GINTI, the Global INTegration Initiative, is an 8”/12” R&D fab for the research and development of new 2.5D/3D integration technologies and creative applications. GINTI’s R&D fab is located in Miyagi Prefecture, Japan, and is about 15km from Sendai, which Tohoku University calls home.
Managing total thickness variation (TTV) across a thinned 12” wafer is a key deliverable in 3D IC process lines, and GINTI’s work has led to demonstrating <1µm wafer thickness variation across a 12” wafer with a final, thinned silicon thickness of 30µm. By using tiltable chucks during mechanical wafer thinning, by paying close attention to eliminating particles larger than 2µm during temporary wafer bonding, and by optimizing UV-assisted lift-off processes, GINTI reports they have an excellent handle on these critical 3D IC fabrication processes.
TTV was also an important consideration in the paper “Use of Optical Metrology Techniques for Uniformity Control of 3D Stacked ICs,” which was very capably presented by Delphine Le Cunff, STMicroelectronics. In order to control something you need to be able to first measure it; in STMicro’s case, three different optical metrology techniques (infrared interferometry, chromatic confocal, and multi-wavelength spectrometry) were used to measure TSV etch depths, carrier and carrier glue thicknesses on silicon wafers bonded to glass substrates, silicon wafer thicknesses during wafer thinning, and silicon wafer thicknesses during via reveal etching.
Some conclusions: TTV is governed by the glass carrier shape for a given TSV depth signature, and the TSV reveal etching process is strongly influenced by the glass carrier’s shape.
Huanye Hu from RPI continued RPI’s tradition of bringing an electrical performance perspective to the 3D / TSV Technology audience this year with the paper “Analysis of TSV Geometric Parameter Impact on Switching Noise in 3D Power Distribution Network.”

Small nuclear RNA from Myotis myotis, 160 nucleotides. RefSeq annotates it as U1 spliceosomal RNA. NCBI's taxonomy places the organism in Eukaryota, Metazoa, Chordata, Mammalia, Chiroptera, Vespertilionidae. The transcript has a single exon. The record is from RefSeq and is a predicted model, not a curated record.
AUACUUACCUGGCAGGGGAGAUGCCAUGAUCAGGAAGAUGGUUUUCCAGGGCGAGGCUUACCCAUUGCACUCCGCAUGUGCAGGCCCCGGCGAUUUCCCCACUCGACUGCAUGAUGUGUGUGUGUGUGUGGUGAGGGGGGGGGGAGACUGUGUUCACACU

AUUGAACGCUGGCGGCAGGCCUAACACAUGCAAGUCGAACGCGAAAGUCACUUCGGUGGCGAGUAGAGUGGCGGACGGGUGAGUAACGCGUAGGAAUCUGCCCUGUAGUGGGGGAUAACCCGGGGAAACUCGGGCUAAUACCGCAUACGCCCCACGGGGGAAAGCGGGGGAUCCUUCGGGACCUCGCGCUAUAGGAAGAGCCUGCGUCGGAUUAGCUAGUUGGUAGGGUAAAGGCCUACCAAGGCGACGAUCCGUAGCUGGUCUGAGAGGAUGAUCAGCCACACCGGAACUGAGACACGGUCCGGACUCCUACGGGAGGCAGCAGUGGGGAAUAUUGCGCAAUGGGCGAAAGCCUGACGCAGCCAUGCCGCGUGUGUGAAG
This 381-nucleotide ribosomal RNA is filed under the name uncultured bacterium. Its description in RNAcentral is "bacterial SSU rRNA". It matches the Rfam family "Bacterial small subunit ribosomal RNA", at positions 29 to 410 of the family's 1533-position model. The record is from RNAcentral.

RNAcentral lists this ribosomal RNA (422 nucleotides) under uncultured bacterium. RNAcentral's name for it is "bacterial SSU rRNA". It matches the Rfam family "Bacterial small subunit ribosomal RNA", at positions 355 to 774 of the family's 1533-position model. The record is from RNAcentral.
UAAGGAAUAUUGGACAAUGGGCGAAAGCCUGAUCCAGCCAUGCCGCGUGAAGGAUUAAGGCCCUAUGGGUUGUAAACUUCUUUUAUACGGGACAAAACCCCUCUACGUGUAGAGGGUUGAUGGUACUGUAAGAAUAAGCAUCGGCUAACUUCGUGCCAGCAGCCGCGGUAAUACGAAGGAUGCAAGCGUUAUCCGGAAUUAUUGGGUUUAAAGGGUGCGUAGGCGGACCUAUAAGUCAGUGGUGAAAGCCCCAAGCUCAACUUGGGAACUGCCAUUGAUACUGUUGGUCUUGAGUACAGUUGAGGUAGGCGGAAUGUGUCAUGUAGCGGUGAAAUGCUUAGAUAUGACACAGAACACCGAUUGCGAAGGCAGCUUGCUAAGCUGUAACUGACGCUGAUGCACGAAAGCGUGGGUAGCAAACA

And Amandine Pizzagalli, Yole Developpement, speaking on “3D Technology Applications Market Trends & Key Challenges,” said that the 3D / TSV world is still divided between via-first processes, popular in MEMS fabrication; via-middle processes, which have been adopted for 3D memory fabrication; and via-last processes, which dominate in CMOS image sensor fabrication.
As for sightings of “3D ICs in the Real World” we have Dick James, Chipworks, to thank for spotting and capturing images of these somewhat elusive beasts. The best place to look for 3D ICs in the real world is still around the MEMS and CMOS image sensor watering holes, and the place where Dick himself held forth on the subject was in the famous ASMC Interactive Session, always a conference highlight.
Dean Freeman, Research VP at Gartner Dataquest, delivered, in the ASMC 2014 closing keynote, a very well-constructed talk, springing from his personal experience in the semiconductor industry as someone who’s made the transition from engineer to analyst. Dean, in “From Germanium, to Gallium Arsenide, to Silicon and back again: a Perspective on the Semiconductor Manufacturing Industry,” had this to say about 3D IC:
It looks good.
It’s going to ramp (and not just in MEMS and CIS).
The ramp is coming in 2014 – 2015.
The packaging equipment industry will enjoy a bump in 2015 – 2016.
Anything holding 3D IC in mainstream CMOS back, Dean? “Cost, then technology.”
It’s a law of Economics.
From Wexford, PA, thanks for reading. ~ PFW